facebook js

Follow Planet-Soaring on Facebook

Thursday, October 10, 2013

Gyro in F3x ... things are finally moving a bit !

Thanks to Roman Vojtěch (http://lomcovak.cz/wp_eng/), who relayed the RCgroups debate about the use of gyros in F3B/J/F and expressed his concerned to Tomás Bartovsky who is the Czech Rep. NAC FAI CIAM Delegate but also the RC Soaring Sub-committee chairman. Tomás sent a letter to all NAC FAI CIAM delegates asking to answer a simple question about what is their interpretation of the current rules. The letter is hereafter.

Dear Friends,

At present we experience a kind of technical revolution. The electronic stabilisation devices (hereinafter gyros), which were not working well in the past, are today effective, cheap and readily available. Many years ago, when rules for F3B, F3J and F3F classes were created, the authors could not imagine the development of electronic stabilisation devices. For this reason we have an unsatisfactory description of allowed means in the FAI Sporting Code at present. The German proposal for general banning of gyros, which was prepared for clarification of the unhappy situation, was not accepted at the last CIAM Plenary Meeting. We now live with the doubtful wording of the F3B, F3J and F3F rules and need an early clarification. Unfortunately decisions may be taken only by the CIAM Plenary Meeting or by the International Jury. Both decisions concerning the gyros would be too late. CIAM Plenary Meeting needs more than one year (Rule Freeze not included) for processing of a proposal.  The International Jury has the right to interpret such rules which are not quite clear, but it may act only at the competition. Such decision is too late for competitors who must prepare their models and piloting skill much, much earlier. 

The CIAM FAI Subcommittee has no right to take such decision, because the International Jury is independent, bound only by the FAI Sporting Code and higher FAI Documents. Still I believe that the CIAM FAI Subcommittee may prepare a recommendation which, at our present situation with the gyros, is very necessary. Therefore please send me your opinion concerning the interpretation of the relevant paragraphs in the RC Soaring Volume of the FAI Sporting Code.

According to paragraph
(Definition of a Radio Controlled Glider: Model aircraft which is not provided with a propulsion device and in which lift is generated by aerodynamic forces acting on surfaces remaining fixed in flight, except control surfaces. Model aircraft with variable geometry or area must comply with the specification when the surfaces are in maximum and minimum extended mode. The model aircraft must be controlled by the competitor on the ground using radio control. Any variation of geometry or area must be actuated at distance by radio control.) 

-> the electronic stabilisation devices are allowed       forbidden

According to paragraph
(Definition of a Radio Controlled Glider: A model aircraft which is not provided with a propulsion device and in which lift is generated by aerodynamic forces acting on surfaces remaining fixed. Model aircraft with variable geometry or area must comply with the specification when the surfaces are in maximum and minimum extended mode. The model aircraft must be controlled by the competitor on the ground using radio control. Any variation of geometry or area must be actuated at distance by radio.)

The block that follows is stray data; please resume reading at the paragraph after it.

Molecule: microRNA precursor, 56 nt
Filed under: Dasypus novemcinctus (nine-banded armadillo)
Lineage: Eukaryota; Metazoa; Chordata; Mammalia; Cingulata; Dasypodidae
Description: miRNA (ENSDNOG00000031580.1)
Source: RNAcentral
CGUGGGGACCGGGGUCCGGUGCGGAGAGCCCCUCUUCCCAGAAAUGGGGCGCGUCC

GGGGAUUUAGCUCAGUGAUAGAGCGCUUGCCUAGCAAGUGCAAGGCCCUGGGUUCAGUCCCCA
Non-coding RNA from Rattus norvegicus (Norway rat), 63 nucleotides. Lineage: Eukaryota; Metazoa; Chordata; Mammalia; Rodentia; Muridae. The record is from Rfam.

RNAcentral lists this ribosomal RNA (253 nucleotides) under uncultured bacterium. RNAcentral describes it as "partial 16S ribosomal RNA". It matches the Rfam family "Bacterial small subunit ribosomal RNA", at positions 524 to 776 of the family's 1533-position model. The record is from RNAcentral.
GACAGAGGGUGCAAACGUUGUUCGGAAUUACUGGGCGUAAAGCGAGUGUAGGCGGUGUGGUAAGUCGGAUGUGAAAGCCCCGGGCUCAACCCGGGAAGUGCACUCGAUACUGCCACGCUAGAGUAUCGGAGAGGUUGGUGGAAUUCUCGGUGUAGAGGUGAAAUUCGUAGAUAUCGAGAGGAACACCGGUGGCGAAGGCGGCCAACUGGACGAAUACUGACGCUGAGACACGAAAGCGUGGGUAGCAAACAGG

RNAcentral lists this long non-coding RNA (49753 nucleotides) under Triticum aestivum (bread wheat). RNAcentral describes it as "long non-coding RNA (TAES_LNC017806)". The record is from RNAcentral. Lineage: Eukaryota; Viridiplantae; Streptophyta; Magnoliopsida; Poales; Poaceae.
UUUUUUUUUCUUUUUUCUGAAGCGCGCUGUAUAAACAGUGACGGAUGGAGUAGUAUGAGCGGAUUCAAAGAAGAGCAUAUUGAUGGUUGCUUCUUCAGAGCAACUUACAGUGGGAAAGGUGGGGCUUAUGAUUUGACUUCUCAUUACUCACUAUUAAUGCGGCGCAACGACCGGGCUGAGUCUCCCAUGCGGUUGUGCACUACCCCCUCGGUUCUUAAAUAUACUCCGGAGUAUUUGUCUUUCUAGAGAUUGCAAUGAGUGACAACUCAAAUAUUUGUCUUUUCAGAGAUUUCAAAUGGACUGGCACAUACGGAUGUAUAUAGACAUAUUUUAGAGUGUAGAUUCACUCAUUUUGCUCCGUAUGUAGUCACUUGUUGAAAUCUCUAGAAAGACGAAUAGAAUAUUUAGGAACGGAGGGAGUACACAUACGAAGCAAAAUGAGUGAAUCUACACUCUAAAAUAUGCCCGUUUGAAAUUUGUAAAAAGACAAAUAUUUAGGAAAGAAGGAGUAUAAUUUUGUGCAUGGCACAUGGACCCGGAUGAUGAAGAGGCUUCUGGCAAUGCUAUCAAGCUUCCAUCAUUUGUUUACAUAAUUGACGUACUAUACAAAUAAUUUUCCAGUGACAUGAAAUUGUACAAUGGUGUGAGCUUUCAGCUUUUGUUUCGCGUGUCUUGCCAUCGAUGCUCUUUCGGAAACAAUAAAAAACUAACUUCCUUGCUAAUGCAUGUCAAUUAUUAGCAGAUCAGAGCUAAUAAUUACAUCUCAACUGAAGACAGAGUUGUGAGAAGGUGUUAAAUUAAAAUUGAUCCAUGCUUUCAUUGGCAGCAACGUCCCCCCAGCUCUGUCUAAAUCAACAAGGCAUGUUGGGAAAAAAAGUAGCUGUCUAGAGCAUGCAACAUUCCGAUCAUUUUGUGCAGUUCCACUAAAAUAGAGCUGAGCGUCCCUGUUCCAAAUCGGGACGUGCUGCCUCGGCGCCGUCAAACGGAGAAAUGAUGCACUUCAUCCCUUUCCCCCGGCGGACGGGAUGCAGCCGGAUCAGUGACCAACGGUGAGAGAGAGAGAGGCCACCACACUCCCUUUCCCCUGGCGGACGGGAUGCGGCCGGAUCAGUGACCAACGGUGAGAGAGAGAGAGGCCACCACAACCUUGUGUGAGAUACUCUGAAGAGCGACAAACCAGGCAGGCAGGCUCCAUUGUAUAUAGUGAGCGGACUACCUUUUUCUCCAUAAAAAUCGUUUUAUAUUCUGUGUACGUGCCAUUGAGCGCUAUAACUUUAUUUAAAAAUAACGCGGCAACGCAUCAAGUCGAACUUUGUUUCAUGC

->  the electronic stabilisation devices are allowed       forbidden

According to paragraph 5.8.2.
(Characteristics of Radio Controlled Slope Gliders: …Addition of ballast (which must be located internally in the model) and/or change of angles of setting are allowed. Variation of geometry or area is allowed only if it is actuated at distance by radio control…)

-> the electronic stabilisation devices are allowed       forbidden

By ensuring that each country answers to the survey, this will higlight the need of a clarification of the rules.

I invit you also to read the experiment Roman did with an Eagle Tree Gyro yesterday on his Stinger. The outcome is quite interresting.

I really hope that things will finally move one direction or another, then we can smoothly prepare the next WC, and have a crystal clear rule about stabilization devices.


  1. Any variation of geometry must be actuated at disnce by radio. The gyros actually varies the geometry (curvature of foil and/or incident angle) automatically, as an automatic response to the environment around, such us gust or turbulence. With the current rules are clearly forbidden. Leave your transmitter on the flor and rock the plane with giros you will see how it changes geometry. There are gyros that can be switch on/off from transmitter.
    Gonzalo Garcia-Atance

  2. Very interesting debate. I read Roman's report with interest, but some meaning was a little lost to me - no doubt through translation.. There are plenty of areas in RC where this technology can be used and also develop; but for skill-based competition like the F3X classes? No way Jose! It would kill the classes dead in a few months!

  3. Gliders react to air movement and become interesting to fly and race because of that. F3f competitions take place in crossed and turbulent wind and become interesting because of that. For feature less controlled flight we have power models, and for me they are less interesting despite being technically more interesting. Imo we must restrict some developments, no matter how interesting they areo to maintain an interesting and accessible to add competition


Comment fabriquer sa balise drone

Texte de Allan Cohen Après pas mal de surf sur le net, à rechercher une balise qui soit d'une taille "compatible" avec nos fus...